Image Text Optimization Test: PNG vs SVG
How the two file types, commonly used as methods for rendering text as images on web pages, affect performance, usability and time to build.
Two prototypes of the banner element from the new Admissions website were built out as weber.edu web pages using the "Showcase - Megamenu" template. One rendered the text element as PNG, the other as SVG. Google Lighthouse, a Chrome extension web auditing tool, was used to measure the time required to load and render the visual elements of each prototype. Visual clarity and sharpness of the graphic, as well as the average time needed to build each type of asset were also taken into consideration.
The PNG file format is a raster-based image compression technology that stores an image as pixel data. When a user client makes a request for a PNG resource, the server sends the PNG file to the client. The browser then maps the pixel array in the PNG image to the pixels on the screen.
In a series of tests, text stored as PNGs performed slightly slower than SVG and suffered from fuzzy edges and overall blurriness when displayed at larger pixel dimensions.
PNG has universal support across all browsers.
Browsers need access to different, optimized, versions of the same PNG file depending on the pixel-size of the container. The physical size of a web page container (total physical pixels) is (w x R) x (h x R). Where w = logical width of the container, h = logical height of the container and R = the device pixel ratio of the browser to the screen. For more information on device pixel ratios, here is one of many articles on the web that attempts to provide an explanation.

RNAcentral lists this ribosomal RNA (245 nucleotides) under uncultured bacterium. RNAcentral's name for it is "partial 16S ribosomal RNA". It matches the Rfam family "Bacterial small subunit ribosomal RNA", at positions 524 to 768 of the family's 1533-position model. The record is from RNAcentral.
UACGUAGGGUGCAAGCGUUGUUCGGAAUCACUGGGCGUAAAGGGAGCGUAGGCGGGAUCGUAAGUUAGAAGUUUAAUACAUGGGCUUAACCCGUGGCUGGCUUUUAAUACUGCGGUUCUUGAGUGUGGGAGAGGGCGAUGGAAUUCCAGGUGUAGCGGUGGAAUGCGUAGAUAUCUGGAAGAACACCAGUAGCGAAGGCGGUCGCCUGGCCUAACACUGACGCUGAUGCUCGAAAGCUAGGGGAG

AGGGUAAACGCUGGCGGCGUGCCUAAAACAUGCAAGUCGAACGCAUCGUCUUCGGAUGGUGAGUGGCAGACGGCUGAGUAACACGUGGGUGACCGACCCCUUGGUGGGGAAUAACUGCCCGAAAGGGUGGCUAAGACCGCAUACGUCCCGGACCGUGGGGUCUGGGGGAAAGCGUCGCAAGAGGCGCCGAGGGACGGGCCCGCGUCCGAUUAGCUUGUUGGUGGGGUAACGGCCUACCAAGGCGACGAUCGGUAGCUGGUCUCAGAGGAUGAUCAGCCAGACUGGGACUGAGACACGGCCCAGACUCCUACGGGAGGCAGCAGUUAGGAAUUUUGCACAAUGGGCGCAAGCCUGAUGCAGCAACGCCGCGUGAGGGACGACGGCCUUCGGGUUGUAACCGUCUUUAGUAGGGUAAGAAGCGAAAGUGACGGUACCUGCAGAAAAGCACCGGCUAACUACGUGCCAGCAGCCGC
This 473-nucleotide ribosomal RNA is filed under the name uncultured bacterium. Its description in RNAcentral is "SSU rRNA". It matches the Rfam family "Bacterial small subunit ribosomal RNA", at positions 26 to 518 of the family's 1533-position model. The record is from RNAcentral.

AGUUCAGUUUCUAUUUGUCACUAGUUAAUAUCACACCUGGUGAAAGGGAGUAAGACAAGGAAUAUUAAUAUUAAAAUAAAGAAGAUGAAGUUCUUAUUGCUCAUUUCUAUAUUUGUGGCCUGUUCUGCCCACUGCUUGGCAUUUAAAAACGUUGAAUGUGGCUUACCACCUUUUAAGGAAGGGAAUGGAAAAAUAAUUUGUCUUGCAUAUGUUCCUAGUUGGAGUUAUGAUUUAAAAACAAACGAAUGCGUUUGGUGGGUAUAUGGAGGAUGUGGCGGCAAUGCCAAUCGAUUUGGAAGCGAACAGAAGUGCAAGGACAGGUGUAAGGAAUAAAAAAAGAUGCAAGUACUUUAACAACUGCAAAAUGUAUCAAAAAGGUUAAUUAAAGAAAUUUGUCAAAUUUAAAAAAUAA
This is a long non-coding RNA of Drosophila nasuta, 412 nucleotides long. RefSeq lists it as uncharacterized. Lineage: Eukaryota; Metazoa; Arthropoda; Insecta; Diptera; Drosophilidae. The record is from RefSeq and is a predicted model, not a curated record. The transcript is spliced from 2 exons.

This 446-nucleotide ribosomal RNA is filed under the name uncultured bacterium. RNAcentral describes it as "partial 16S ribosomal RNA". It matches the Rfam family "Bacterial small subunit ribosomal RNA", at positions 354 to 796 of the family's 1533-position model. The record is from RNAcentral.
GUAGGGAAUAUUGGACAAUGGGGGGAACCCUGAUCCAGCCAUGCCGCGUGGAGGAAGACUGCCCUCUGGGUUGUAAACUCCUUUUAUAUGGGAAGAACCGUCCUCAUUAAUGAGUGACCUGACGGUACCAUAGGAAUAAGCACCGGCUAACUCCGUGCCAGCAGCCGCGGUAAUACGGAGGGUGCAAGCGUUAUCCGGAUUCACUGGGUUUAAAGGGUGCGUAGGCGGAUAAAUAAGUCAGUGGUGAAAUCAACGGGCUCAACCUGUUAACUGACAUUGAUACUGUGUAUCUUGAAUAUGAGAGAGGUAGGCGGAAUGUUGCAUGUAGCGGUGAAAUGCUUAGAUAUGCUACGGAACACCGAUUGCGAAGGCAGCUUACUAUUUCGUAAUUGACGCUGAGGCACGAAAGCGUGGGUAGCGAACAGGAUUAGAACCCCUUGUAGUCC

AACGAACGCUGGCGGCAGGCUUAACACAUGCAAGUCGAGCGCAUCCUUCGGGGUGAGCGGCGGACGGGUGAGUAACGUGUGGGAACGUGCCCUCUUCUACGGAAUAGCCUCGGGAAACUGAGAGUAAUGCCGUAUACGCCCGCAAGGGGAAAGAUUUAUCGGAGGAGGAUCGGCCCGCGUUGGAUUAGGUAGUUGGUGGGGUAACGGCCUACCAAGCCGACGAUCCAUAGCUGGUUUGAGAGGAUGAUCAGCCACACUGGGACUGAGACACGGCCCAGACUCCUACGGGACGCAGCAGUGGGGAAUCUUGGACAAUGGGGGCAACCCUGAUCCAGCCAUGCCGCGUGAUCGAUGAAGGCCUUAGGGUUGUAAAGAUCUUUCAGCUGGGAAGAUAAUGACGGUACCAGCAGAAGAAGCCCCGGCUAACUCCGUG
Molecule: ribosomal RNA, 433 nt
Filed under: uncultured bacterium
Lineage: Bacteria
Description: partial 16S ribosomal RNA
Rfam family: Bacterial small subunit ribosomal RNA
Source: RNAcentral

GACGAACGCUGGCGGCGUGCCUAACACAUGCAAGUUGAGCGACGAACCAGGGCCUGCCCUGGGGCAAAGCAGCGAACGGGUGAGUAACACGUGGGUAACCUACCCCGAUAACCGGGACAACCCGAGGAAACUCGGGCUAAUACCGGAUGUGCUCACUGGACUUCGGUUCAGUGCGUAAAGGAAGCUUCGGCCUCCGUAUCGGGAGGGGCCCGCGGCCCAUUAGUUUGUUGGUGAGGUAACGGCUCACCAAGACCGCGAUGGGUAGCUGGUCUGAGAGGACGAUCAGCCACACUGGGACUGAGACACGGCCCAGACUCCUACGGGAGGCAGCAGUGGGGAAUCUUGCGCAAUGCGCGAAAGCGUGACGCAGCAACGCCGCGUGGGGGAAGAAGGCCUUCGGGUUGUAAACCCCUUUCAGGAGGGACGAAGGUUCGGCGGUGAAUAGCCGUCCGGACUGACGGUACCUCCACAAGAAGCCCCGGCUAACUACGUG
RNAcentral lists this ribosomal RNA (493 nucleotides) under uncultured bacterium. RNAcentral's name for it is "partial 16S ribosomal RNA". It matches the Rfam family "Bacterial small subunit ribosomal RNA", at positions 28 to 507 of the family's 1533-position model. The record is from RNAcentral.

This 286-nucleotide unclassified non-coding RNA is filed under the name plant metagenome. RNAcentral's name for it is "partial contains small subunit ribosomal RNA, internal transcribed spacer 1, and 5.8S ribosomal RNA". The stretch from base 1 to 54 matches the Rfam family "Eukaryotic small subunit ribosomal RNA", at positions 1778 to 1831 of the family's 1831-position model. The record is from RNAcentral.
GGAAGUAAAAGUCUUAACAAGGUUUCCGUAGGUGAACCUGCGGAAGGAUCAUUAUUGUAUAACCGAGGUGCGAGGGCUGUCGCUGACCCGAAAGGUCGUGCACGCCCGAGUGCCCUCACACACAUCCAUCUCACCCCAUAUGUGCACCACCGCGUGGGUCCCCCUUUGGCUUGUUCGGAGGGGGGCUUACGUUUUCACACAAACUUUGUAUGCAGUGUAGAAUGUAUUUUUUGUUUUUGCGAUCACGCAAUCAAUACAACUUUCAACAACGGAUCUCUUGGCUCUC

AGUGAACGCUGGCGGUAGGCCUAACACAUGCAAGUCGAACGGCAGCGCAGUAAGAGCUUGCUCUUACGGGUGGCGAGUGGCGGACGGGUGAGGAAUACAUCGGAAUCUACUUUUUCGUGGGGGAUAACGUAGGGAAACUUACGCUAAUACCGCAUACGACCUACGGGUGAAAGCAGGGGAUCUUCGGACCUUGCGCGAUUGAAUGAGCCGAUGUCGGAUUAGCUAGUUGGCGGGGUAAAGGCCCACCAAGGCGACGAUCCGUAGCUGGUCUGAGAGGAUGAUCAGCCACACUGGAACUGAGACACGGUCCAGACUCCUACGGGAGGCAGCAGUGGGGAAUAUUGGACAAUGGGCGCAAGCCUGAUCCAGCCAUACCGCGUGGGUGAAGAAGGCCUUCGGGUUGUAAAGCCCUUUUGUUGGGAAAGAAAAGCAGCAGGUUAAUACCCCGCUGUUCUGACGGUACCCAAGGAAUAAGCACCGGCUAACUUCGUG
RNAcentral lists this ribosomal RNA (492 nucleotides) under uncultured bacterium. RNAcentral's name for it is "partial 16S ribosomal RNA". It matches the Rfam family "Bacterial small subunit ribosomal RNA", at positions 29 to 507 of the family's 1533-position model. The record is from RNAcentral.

This test uses the <picture> HTML tag to detect the client's screen dimensions and dynamically render an optimized version of the requested image file.
Time to Build
The need to create multiple versions (sizes) of the same image file to accommodate dynamic rendering adds to the build time for text images in PNG format. Additionally, the HTML structure for the entire <picture> element includes multiple sub elements and file references. The verbosity adds time to page coding.
Even at larger file sizes and pixel dimensions PNG image text files can appear pixelated or fuzzy, especially at the edges. If the pixel width of the container expands past the pixel width of the image the browser will stretch the image over the required number of pixels, further degradating the image. Some of these affects can be seen in the banner layout above.
Multiple performance audits revealed that PNG files render slightly slower than their SVG counterparts. Additionally, there was more variation between load times from test to test. This may be due to the fact that the browser must send a separate request to the server for PNG resources, which brings server performance directly into play.